About 4,000 women in the United States die from cervical cancer each year -- even though there's a preventive vaccine and screening to catch the disease early.
"When cervical cancer is found early, it is highly treatable," said Dr. Sarah Ramirez, a family medicine physician with Penn State Health. "So it's important to make sure you are being screened for this disease."
The U.S. Preventive Services Task Force says all women aged 21 to 65 should have cervical cancer screening with cytology -- Pap smear -- every three years. Women between 30 and 65 may opt instead to lengthen the interval between screening with a combination of Pap smear and HPV testing every five years.
HPV, or human papillomavirus, is the main cause of cervical cancer, but there is a vaccine to protect against HPV. Other risk factors for cervical cancer include smoking, autoimmune diseases, using birth control pills for five or more years, giving birth to three or more children and having several sexual partners.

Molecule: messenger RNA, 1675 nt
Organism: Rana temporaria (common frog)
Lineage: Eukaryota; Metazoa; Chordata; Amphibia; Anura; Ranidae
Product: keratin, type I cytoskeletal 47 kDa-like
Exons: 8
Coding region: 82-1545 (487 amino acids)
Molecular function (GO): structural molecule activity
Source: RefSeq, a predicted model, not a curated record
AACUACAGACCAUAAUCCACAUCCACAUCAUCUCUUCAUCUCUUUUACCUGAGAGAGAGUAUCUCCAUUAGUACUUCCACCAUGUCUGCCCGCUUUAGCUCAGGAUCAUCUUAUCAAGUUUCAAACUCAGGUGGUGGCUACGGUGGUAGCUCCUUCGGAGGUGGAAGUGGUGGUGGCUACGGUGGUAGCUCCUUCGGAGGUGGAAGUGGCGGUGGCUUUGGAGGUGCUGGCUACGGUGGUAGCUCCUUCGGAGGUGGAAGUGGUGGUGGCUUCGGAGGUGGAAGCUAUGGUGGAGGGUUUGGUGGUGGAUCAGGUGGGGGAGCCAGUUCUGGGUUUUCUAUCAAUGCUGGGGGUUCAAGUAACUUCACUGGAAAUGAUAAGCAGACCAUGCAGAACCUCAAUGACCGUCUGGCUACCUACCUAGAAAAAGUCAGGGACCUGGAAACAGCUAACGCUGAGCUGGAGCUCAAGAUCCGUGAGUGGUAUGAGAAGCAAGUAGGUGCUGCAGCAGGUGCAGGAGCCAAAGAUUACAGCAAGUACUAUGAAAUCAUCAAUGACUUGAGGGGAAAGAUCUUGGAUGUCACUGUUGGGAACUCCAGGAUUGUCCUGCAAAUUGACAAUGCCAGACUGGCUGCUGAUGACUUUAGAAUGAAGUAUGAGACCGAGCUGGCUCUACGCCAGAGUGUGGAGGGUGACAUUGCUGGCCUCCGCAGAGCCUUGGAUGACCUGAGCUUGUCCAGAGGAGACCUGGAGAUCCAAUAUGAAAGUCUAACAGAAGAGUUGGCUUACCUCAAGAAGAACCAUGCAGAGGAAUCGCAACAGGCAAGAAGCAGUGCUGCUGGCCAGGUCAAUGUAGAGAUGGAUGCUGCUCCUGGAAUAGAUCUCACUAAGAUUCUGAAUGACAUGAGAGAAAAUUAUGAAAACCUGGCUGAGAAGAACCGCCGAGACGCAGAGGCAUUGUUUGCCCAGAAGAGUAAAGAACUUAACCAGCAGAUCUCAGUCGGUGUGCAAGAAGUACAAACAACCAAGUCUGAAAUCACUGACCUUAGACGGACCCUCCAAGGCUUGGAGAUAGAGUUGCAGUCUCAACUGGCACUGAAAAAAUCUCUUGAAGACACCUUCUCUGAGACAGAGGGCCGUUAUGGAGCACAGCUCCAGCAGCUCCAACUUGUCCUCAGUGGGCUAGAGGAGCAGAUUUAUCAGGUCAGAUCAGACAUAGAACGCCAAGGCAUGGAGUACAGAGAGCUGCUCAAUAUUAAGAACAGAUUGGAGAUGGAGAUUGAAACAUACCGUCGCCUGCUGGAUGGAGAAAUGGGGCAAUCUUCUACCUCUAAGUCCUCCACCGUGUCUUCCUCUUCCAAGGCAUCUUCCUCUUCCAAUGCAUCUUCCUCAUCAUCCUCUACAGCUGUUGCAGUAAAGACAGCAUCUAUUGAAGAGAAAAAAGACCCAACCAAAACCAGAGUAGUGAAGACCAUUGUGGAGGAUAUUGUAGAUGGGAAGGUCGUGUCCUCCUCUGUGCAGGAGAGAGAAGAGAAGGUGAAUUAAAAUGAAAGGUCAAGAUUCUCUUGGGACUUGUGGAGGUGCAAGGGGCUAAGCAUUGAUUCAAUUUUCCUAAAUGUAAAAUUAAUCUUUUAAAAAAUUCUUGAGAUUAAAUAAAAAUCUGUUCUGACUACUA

Although screening and vaccination have helped reduce cervical cancer cases, many American women remain at risk, Ramirez noted.
"While we have made significant strides to decrease mortality from cervical cancer, we continue to see ... minority females most commonly stricken with the disease," Ramirez said in a Penn State news release.
"As the U.S. population becomes increasingly diverse, it behooves us to examine why there is a disparity in cervical cancer health with our vulnerable populations and why they're not getting screened regularly," she added.
Hispanic women get fewer Pap tests than white and black women, even though Hispanics have the highest incidence of cervical cancer, according to the American Cancer Society Cancer Action Network.
Also, black women have the highest rate of cervical cancer death, according to the U.S. Centers for Disease Control and Prevention.
More information The U.S. National Cancer Institute has more on cervical cancer screening.
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